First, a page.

Parish church of St Clement the Pope, Miedźna
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Parish church of St Clement the Pope

Miedźna

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The largest wooden church in the Pszczyna region. Part of the Wooden Architecture Trail of the Silesian Region.

History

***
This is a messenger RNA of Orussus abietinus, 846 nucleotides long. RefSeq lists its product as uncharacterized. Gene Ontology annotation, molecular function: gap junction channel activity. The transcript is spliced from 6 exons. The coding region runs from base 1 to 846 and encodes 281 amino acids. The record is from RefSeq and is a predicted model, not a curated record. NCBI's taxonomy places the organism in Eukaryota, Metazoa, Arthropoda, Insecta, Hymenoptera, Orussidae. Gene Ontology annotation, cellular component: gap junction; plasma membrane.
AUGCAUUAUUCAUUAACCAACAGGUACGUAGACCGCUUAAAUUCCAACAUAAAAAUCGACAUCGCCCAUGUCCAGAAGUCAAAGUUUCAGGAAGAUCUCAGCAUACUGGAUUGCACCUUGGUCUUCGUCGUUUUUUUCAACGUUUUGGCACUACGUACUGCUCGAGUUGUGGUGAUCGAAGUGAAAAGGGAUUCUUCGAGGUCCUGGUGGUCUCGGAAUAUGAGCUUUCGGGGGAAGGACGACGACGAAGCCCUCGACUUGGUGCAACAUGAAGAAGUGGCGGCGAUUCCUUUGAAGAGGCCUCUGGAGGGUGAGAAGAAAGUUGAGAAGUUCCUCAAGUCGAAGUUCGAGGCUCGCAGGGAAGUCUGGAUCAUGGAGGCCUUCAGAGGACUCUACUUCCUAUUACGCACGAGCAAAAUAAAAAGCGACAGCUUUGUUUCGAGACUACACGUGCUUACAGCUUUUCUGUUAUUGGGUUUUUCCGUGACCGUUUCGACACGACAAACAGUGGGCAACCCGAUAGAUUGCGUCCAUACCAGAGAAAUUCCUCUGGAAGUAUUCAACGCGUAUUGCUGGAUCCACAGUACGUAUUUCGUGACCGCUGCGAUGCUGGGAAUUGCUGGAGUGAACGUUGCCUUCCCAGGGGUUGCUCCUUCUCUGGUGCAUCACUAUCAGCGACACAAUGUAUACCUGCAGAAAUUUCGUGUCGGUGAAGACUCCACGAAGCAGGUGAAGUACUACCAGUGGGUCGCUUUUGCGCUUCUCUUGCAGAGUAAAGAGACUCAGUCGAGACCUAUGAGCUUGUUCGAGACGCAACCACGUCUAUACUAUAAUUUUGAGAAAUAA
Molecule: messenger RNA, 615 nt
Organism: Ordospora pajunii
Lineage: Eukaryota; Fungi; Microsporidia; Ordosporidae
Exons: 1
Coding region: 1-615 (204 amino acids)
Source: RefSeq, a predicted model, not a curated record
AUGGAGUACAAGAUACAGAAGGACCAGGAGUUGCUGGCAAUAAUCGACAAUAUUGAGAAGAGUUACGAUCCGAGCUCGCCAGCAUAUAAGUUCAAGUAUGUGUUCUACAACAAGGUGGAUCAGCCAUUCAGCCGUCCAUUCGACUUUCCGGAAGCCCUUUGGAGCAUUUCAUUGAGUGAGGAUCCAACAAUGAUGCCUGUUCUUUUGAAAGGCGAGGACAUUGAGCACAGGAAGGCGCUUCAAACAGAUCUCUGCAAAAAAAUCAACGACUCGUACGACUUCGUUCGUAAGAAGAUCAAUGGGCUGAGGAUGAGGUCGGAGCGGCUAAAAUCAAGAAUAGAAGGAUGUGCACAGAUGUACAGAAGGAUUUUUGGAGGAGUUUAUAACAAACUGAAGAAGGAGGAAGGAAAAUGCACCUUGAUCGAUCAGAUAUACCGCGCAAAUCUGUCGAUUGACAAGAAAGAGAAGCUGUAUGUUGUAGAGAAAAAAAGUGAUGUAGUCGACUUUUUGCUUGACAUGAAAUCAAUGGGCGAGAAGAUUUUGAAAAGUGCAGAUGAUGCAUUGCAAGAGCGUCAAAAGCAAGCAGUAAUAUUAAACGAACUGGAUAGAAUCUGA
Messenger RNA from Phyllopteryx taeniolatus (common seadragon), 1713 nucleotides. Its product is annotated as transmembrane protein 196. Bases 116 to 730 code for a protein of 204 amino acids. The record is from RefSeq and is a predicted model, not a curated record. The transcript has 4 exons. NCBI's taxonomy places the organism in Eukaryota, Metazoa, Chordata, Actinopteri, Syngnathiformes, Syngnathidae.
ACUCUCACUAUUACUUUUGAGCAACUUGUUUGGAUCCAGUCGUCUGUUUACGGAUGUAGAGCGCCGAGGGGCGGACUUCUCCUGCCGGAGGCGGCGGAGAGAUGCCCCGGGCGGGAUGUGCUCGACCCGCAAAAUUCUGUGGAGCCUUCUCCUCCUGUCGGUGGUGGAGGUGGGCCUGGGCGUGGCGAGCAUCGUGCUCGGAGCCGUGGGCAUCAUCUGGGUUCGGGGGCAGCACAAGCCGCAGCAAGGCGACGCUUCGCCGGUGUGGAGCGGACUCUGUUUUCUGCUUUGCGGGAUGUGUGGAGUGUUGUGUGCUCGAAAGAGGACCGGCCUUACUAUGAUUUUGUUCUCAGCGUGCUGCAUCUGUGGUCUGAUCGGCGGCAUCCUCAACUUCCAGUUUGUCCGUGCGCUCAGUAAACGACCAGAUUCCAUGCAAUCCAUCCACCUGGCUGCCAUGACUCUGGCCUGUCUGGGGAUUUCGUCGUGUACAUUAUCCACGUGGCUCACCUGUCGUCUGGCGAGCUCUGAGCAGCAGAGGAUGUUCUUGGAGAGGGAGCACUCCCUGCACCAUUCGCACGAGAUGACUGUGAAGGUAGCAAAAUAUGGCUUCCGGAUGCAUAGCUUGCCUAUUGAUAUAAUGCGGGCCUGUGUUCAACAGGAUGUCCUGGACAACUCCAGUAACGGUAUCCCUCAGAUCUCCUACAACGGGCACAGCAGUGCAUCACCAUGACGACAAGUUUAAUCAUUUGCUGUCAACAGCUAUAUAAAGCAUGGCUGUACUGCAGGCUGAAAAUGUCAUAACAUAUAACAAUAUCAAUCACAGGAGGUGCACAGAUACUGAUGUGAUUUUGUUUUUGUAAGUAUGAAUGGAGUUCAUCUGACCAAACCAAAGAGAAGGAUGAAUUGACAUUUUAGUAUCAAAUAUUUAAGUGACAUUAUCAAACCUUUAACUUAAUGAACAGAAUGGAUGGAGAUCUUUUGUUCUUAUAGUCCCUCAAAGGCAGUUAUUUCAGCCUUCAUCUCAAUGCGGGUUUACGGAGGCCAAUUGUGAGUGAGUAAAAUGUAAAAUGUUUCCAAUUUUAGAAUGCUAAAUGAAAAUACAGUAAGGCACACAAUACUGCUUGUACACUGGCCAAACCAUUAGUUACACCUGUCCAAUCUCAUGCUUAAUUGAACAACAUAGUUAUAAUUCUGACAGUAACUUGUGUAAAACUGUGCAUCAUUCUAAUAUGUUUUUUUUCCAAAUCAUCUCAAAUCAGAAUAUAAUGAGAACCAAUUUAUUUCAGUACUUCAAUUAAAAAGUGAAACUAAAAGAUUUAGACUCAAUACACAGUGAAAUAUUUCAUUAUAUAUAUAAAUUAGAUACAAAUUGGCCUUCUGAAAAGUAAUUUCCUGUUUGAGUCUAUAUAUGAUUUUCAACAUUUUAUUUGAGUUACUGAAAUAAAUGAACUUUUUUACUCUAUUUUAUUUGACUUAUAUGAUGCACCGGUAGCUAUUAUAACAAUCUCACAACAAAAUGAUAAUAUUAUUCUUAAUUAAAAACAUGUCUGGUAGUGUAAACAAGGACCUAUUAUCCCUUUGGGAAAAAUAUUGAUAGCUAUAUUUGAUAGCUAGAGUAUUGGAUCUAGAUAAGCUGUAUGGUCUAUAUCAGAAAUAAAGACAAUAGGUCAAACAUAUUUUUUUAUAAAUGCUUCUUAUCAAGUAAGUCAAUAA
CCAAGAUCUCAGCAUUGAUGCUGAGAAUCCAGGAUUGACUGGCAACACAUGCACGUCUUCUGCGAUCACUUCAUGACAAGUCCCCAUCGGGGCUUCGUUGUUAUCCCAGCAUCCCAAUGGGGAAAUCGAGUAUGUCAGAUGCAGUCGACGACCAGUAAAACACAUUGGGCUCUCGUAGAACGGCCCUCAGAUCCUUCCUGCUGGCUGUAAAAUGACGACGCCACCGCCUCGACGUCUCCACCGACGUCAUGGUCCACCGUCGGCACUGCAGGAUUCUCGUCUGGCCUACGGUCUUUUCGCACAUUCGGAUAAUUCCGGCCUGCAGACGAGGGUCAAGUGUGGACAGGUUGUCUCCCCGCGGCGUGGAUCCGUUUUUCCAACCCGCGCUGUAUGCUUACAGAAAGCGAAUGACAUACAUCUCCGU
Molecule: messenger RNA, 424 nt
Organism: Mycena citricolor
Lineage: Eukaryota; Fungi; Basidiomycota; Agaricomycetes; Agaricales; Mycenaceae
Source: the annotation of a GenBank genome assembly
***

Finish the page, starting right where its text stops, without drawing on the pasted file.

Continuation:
The village of Miedźna, where the church is located, was chartered under German town law towards the end of the 13th century. The beginnings of the local parish can be traced back to 1326, where a man named Bernhard - a local parish priest - was mentioned in the related documentation. Over the years that followed, the parish changed its affiliation on a number of occasions, forming part of the Oświęcim deanery at one point, followed by the Pszczyna deanery, the Cracow bishopric and, ultimately, the Wrocław deanery. In 1594, the Reformation movement arrived in Miedźna. In the years 1598-1628, the church belonged to the Protestant (Lutheran) community. The first Catholic parish priest to take control of the parish after the Reformation came to an end was reverend Mikołaj Silnicki. The map of the Duchy of Pless (Pszczyna) known as the “Ihnoortografia Plesniaca”, created in 1636 by Andreas Hindenberg, shows a number of local landmarks, including the silhouette of the church in Miedźna during that period. This church served as the sui generis prototype for the existing church of St Clement the Pope, erected in 1721 on the site of the earlier structure following its demolition. The wooden predecessor was unfit for renovation due to its poor technical condition, hence the decision of the erstwhile parish priest, Andrzej Rozmus Zabrzeski, to begin the construction of the new church. In 1859, the church was redesigned once again, while a few years later the accompanying rectory was built, while the church received three newly cast bells bearing the names of St Hyacinth, the Blessed Virgin Mary and St Joseph. In the second half of the 20th century, a series of renovation and conservation works took place, including the impregnation of the timber structure, replacement of roof cladding as well as conservation of the altarpieces and refurbishment of the pipe organ. The walls of the church regained their former glory in 1962, when Mieczysław Mróz created a series of reliefs depicting the Passion of Christ. A new altarpiece, consistent with the principles adopted after the Second Vatican Council, was added during the modern era. The interior wall paintings are likewise a relatively recent addition, executed by Marian Konarski from Krzeszowice.